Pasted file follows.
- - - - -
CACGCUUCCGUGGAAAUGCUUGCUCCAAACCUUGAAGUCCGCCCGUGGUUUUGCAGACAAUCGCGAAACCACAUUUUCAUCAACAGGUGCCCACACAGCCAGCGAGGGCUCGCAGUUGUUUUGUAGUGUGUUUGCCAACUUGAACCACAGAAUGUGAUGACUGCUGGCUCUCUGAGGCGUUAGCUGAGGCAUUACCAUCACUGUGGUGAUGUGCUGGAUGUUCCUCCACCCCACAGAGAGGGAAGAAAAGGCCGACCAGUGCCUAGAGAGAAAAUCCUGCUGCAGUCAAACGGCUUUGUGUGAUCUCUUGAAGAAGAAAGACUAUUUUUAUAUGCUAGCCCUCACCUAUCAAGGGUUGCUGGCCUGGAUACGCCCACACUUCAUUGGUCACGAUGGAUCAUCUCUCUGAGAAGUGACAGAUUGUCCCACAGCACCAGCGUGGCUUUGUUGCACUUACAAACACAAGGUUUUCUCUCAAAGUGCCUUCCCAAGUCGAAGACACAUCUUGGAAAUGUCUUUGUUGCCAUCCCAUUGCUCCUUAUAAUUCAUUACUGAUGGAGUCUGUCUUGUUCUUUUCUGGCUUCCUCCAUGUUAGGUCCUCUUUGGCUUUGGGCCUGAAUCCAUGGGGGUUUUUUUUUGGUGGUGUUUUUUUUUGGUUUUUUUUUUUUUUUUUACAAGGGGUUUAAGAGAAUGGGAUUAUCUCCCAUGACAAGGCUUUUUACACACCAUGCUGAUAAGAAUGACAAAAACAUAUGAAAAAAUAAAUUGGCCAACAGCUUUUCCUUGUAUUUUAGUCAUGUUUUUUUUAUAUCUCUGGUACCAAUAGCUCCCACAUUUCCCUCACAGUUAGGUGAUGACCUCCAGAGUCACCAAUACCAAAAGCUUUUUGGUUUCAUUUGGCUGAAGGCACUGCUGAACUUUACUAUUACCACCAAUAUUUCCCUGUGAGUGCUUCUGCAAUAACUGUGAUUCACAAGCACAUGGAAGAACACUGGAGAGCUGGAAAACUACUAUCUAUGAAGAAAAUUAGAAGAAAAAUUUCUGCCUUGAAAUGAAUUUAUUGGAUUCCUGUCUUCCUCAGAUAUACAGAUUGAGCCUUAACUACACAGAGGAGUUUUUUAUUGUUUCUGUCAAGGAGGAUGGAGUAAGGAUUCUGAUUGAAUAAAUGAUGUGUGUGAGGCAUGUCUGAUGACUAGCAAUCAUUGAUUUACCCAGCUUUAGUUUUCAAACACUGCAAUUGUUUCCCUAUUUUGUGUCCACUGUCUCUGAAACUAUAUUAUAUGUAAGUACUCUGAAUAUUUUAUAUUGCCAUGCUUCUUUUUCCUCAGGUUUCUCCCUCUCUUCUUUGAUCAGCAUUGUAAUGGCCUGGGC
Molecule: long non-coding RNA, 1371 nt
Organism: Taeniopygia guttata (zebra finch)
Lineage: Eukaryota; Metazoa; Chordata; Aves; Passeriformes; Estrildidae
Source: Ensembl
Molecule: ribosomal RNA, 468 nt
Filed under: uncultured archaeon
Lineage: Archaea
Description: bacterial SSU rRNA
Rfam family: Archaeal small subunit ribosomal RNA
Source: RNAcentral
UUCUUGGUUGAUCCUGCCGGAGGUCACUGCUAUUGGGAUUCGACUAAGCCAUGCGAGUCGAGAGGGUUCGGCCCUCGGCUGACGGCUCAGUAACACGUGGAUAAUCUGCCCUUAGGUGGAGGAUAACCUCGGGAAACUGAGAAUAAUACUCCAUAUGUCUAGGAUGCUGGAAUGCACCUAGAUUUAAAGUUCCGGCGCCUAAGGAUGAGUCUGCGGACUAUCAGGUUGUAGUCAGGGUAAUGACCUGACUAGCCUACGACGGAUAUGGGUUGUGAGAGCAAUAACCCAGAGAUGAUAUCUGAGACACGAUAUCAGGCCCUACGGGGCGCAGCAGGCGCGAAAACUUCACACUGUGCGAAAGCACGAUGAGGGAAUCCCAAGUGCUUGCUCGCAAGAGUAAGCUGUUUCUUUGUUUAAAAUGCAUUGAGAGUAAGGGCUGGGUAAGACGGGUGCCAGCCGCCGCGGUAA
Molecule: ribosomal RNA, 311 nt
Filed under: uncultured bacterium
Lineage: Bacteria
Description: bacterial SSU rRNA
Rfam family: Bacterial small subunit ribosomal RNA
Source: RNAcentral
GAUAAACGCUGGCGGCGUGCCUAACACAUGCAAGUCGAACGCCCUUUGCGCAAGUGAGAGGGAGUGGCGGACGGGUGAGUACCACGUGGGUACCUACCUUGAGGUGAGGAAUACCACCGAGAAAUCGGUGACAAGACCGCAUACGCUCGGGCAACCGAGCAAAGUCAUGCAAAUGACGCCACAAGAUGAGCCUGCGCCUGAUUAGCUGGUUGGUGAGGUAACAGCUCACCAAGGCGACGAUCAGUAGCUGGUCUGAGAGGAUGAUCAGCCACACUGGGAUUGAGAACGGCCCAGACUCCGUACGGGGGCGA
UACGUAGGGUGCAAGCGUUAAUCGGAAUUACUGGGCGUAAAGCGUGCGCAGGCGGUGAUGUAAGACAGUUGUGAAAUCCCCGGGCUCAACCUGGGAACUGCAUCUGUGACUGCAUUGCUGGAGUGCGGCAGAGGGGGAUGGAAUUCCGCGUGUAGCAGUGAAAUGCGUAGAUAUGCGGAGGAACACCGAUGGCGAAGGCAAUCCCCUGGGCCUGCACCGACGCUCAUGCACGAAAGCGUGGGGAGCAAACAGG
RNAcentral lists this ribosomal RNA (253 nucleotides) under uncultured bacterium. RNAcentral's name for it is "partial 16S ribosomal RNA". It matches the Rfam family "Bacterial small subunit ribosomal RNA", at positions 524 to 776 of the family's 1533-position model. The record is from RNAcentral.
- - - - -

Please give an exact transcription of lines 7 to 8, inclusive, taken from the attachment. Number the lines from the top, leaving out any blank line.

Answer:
Filed under: uncultured archaeon
Lineage: Archaea